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"Show and Tell, Tell, Tell: Moral Tales at the Sex Workers' Art Show" by Emily Hall

Below is an excerpt from Emily Hall's review of the 5th Annual Sex Workers' Art Show that took place in January 2002. Her review is mostly negative toward the show ("art is not social therapy... don't claim for art what belongs to therapy"), but somehow found Emi's work worthwhile (Carol Queen and Emi were the only artists mentioned by name). For the complete article, visit the web site of The Stranger, a Seattle alternative weekly.


The work, mostly performance and some visual, that I saw at the Fifth Annual Sex Workers' Art Show at Olympia's Capitol Theatre was didactic, stunningly literal-minded, and absolutely stripped of nuance. Many pieces were prefaced or ended with "I made this because..."--usually the wish to start a dialogue or heal some pain. These claims work in opposition to art: They close the mind of the viewer rather than open it, with a plangent and stubborn refusal to be interpreted; "I am wounded. Don't criticize me."

While work made by a stripper or prostitute or dancer does not have an a priori claim to greatness, neither does it necessarily have to be dull. There is still an interesting contradiction at the heart of this whole enterprise, the one that pits a positive spin on sex work against the desire for recognition that (I'm quoting the event's program) "most people do it cause they need to, not cause of art/curiosity/ nymphomania/to become a better radical activist," as well as the attendant labor issues. The desire to have it both ways is pure ambivalence, as understood by Emi Koyama, who read a piece about why she started turning tricks again after she was raped. Not because she needed money (she didn't), but because the act of selling herself also entailed a kind of perverse control, and a kind of cleansing.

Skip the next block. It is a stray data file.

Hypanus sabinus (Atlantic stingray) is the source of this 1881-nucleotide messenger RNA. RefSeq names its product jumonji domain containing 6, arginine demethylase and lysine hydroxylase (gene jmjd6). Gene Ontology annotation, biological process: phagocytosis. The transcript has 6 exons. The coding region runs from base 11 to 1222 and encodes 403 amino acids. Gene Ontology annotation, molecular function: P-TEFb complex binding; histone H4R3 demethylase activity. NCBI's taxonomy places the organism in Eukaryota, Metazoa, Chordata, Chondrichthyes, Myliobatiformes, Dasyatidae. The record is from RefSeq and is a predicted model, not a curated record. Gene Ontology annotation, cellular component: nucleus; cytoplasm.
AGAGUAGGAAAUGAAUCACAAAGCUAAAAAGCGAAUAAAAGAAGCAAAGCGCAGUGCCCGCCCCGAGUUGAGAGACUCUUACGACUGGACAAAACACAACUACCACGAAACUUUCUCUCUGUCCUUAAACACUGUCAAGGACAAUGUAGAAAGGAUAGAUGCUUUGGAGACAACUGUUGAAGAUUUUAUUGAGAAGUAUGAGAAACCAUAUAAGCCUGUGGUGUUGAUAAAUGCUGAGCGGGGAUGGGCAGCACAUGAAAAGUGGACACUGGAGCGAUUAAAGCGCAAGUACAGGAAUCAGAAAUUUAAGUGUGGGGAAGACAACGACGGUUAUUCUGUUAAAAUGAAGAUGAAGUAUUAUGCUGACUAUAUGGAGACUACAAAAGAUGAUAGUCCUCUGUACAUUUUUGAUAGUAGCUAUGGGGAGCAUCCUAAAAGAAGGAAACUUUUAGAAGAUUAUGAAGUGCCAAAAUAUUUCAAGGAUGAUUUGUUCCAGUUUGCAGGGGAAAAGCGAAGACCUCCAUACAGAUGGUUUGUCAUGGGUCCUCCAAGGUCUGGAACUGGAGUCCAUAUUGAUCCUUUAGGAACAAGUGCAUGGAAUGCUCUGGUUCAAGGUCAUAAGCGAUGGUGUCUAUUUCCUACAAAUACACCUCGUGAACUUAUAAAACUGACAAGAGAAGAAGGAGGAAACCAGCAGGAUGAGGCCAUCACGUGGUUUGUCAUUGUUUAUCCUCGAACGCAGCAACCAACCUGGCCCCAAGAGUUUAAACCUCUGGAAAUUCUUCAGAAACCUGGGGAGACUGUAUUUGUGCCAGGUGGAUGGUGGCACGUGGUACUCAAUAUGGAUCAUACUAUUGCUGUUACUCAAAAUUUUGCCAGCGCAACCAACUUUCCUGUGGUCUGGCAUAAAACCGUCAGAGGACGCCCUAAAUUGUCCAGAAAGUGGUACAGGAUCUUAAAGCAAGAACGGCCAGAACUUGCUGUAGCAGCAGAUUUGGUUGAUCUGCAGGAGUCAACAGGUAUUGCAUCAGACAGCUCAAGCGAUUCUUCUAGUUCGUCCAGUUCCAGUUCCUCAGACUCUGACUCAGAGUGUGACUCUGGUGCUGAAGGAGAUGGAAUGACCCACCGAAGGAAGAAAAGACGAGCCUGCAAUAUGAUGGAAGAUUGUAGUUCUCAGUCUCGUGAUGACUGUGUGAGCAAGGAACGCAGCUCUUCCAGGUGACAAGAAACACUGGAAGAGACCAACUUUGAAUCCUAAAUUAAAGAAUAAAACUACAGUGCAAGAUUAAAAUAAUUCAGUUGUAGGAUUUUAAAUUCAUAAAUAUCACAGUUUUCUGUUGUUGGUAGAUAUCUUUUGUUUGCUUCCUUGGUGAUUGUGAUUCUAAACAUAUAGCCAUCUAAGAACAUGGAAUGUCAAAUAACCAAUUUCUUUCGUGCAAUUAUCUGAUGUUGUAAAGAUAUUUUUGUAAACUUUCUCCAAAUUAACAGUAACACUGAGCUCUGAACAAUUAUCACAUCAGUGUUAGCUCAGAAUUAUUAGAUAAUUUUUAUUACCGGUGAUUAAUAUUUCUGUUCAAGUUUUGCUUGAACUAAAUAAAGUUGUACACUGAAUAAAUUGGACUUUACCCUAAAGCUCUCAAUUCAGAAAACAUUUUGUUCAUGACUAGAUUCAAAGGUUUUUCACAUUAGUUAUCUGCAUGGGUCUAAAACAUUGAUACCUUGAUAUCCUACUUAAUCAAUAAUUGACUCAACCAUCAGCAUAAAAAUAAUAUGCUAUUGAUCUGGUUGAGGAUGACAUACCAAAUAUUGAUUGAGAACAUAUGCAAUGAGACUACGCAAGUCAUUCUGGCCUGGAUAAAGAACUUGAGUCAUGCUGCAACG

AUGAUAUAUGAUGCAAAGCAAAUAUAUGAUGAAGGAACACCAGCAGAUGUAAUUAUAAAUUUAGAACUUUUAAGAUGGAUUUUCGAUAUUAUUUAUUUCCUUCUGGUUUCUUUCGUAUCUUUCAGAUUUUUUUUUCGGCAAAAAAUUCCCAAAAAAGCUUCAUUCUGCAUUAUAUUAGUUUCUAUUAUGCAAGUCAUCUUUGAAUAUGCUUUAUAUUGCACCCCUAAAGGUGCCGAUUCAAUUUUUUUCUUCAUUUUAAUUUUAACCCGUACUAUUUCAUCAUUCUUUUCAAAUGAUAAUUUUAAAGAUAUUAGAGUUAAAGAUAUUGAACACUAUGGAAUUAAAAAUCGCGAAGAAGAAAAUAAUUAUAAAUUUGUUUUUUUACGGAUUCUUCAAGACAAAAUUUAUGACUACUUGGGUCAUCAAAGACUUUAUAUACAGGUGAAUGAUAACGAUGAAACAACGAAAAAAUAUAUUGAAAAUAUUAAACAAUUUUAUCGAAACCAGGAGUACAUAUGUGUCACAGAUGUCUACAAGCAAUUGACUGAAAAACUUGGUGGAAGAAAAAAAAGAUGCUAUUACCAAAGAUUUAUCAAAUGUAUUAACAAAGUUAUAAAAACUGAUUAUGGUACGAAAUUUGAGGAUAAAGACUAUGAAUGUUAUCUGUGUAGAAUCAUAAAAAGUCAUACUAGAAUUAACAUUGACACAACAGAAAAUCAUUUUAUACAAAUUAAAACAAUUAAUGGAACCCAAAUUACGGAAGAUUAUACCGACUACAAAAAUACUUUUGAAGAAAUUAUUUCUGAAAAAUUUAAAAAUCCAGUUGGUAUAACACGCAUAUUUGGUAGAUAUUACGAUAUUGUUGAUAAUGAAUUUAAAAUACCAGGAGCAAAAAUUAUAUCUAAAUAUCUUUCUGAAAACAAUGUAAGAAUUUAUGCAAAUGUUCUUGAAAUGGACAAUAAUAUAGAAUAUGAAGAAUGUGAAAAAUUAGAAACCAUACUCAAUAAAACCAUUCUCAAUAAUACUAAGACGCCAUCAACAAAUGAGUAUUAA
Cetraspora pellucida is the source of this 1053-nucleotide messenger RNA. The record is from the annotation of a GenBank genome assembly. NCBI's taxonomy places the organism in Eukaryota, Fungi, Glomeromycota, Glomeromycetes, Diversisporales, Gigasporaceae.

Now that's interesting. So was Carol Queen's all-too-short monologue about a fetishist. Up-close photographs of vulvas are not. A lip-synch--acting out the tensions between prostitutes and pimps--to "We Love Dem Ho's" is not. Not because pain and struggle don't happen, not because those involved aren't damaged, not because people don't have the right to express themselves however they want. It does, they are, they do. But art is not social therapy. Art is bigger, weirder, more questioning; its unmistakable fingerprints are investigation, complexity, context. It is about using our imaginative faculties, not about receiving information through a single channel.

At the very least, don't claim for art what belongs to therapy. Bringing up your howling pain is brave, but it is not art. It is not elitist to ask artists to treat us like grownups with interpretive abilities. It is not fascist, when presented with a press release claiming that this evening of art will "dispel the myth that [sex workers] are anything short of artists, innovators, and geniuses," to wonder whether or not it's true. (A self-righteous and classist dare, if ever I heard one.) You can't ask to be taken seriously as artists, but then claim exemption to criticism on emotional or political grounds.